During the first year of its entry into force, the Act will only be applicable to German-based companies employing a minimum of 3,000 employees. From January 2024, the threshold will be lowered to companies with 1,000 employees. In cases of severe violations of the due diligence obligations set out in the Act, companies could risk being excluded from the opportunity to participate in public tenders for up to three years, and possibly be exposed to fines of up to 2% of their annual global turnover.
Should Europe be inspired?
The European Commission has expressed its intentions to present a proposal for the adoption of a European Supply Chain law before the end of 2021, which proposal could, if all things go well, be adopted by the Council and the European Parliament in 2022. Back in October 2020, the European Parliamentary Research Service (‘EPRS’) noted that, as a consequence of globalization, several multinational companies have gained unprecedented power and influence, even at global levels, sometimes enabling them to avoid liability for their harmful impacts on local communities, by using the ‘corporate veil’ as a shield, or by exploiting poorly enforced domestic regulations in developing countries – but this exploitation has to stop.
Through a European Supply Chain law, Member States will be obliged to hold companies liable under civil law for human rights and environmental abuses caused along the supply chain. It is unlikely that the adoption of a European Supply Chain law will be achieved before the envisaged entry into force of the German law, which is expected to occur at the beginning of 2023, but change is definitely underway.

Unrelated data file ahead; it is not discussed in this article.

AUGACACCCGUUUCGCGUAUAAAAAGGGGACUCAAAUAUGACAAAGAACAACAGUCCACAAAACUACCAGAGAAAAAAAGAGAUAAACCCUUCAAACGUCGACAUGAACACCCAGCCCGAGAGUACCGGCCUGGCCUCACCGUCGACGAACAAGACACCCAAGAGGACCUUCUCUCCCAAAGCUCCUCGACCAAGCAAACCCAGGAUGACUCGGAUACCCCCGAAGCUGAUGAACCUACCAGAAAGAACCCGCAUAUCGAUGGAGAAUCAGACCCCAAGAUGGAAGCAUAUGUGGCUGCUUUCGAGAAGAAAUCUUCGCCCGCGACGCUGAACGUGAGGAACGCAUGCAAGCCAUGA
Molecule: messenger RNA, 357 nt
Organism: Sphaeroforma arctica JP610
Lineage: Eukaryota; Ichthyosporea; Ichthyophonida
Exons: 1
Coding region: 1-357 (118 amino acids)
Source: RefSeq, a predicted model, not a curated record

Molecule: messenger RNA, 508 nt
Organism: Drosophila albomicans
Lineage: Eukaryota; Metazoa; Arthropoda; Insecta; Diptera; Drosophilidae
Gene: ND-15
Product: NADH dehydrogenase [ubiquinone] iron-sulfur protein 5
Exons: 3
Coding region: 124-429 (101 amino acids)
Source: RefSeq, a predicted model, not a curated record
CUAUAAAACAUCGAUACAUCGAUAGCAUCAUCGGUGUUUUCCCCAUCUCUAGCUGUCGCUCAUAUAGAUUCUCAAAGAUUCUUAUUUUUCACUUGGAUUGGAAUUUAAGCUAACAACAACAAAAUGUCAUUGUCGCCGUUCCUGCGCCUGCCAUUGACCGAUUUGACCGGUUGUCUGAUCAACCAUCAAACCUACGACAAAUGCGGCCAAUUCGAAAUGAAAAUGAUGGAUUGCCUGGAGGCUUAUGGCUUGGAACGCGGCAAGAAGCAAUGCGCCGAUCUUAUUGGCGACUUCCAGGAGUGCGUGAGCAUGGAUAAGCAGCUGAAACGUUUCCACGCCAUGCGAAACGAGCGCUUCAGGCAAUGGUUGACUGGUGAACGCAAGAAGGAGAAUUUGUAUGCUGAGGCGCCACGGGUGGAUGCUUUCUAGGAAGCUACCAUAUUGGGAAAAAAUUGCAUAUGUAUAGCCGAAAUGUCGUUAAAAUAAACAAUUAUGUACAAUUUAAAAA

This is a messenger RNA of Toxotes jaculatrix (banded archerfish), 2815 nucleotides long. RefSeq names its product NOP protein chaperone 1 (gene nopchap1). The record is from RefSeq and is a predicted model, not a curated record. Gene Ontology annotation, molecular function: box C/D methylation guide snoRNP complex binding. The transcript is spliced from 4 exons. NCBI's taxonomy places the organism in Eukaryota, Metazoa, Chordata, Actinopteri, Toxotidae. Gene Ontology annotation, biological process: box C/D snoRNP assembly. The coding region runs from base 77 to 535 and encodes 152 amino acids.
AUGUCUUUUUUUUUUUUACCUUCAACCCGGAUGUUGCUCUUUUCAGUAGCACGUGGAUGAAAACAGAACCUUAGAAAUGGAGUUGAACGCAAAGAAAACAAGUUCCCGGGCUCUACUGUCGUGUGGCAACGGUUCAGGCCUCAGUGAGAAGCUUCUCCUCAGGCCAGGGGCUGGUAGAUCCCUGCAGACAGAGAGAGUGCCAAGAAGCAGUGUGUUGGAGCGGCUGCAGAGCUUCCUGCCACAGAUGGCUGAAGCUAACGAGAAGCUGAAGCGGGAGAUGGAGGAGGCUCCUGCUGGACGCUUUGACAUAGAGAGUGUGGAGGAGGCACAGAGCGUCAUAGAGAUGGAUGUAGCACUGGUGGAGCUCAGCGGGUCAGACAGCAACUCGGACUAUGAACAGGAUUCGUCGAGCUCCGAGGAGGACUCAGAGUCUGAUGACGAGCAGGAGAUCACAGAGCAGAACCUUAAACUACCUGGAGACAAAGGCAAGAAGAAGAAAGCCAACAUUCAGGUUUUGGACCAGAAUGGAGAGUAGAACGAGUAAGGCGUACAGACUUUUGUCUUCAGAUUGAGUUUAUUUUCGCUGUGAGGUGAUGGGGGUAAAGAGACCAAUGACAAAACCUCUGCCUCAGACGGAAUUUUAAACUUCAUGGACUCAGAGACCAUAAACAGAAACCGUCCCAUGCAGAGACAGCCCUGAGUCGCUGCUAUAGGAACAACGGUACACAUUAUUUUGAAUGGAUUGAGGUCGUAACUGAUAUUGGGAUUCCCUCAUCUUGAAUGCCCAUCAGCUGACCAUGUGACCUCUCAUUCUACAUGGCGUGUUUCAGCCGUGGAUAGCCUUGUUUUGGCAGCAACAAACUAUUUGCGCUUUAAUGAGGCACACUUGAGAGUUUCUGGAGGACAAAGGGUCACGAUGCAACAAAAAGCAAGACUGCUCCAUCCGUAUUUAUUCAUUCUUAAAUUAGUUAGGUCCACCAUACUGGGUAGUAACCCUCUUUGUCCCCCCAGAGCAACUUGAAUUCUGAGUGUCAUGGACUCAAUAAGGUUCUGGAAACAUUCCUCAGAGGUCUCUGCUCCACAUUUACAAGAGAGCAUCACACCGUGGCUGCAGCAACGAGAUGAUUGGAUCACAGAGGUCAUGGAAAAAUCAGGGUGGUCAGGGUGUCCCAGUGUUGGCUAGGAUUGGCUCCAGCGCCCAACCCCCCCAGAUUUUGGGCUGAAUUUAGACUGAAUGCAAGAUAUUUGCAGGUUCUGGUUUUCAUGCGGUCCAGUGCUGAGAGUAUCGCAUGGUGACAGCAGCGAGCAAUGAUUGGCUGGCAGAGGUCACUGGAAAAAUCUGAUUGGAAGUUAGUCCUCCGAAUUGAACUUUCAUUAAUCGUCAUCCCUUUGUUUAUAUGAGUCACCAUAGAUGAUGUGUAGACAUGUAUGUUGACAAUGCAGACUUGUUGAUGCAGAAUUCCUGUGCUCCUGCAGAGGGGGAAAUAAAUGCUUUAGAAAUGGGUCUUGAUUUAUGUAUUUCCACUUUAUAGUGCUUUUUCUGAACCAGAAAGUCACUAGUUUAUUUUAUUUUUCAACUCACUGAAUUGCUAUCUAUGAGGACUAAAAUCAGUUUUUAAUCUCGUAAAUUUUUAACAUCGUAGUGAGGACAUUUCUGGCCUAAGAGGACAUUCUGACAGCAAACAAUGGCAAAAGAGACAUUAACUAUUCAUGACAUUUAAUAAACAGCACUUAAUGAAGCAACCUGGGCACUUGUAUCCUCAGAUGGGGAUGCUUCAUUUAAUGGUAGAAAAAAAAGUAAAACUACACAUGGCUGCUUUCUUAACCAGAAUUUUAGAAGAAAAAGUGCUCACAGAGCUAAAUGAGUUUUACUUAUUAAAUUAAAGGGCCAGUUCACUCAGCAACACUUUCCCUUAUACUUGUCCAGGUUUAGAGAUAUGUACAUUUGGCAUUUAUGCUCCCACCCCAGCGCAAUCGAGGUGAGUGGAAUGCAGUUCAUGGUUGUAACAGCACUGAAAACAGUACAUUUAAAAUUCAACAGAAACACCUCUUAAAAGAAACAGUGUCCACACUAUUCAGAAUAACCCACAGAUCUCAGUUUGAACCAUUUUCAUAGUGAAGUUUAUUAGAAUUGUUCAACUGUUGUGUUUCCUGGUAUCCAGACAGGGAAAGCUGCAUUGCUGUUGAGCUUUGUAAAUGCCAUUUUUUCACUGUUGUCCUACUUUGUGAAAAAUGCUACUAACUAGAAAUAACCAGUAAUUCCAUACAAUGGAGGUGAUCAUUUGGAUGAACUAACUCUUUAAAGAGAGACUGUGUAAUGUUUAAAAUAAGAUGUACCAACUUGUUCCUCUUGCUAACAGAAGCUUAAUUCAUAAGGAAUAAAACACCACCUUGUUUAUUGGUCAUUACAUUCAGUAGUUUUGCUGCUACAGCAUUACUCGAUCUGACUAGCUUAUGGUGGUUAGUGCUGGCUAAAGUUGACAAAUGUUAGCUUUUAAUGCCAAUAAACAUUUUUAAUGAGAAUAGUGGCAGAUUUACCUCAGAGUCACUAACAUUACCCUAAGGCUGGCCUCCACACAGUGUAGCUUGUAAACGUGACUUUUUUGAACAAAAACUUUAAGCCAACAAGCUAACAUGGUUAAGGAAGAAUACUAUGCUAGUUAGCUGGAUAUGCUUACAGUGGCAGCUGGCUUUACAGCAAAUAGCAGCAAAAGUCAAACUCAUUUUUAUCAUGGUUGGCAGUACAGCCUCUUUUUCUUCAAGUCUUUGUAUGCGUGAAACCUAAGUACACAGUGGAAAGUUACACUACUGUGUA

What does this mean for Malta?
Should Malta follow suit and set up a similar legislative framework, like the proposed German Supply Chain Act? The rapid adoption of a Maltese regulatory framework in this regard would indeed boost political voluntarism in Europe, and contribute to the attainment of the United Nations Sustainable Development Goals, whilst also placing Malta at the forefront in this regard, together with Germany and other Member States which might choose to opt for similar legislative measures.
This is particularly necessary in Malta due to the fact that many Maltese companies tend to have a very weak Corporate Social Responsibility (‘CSR’) approach, and fail to take sufficient account of the social and environmental impacts of their activities. The adoption of a similar Maltese law would also complement the Government’s vision in the field of Environmental, Social and Corporate Governance (‘ESG’) and CSR, and the imminent adoption of the Social Enterprise Bill.
Potentially functioning in a manner similar to that of the General Data Protection Regulation (‘GDPR’), the proposed Supply Chain Act could lead to the imposition of a significant amount of responsibility on companies to ensure compliance with such legislation, and if combined with complaint procedures or whistleblowing systems similar to those in the field of competition law, this is likely to result in a significant risk for companies. The proposed Act is definitely expected to have far-reaching effects, serving as a pioneer regulation for Europe, and the rest of the world.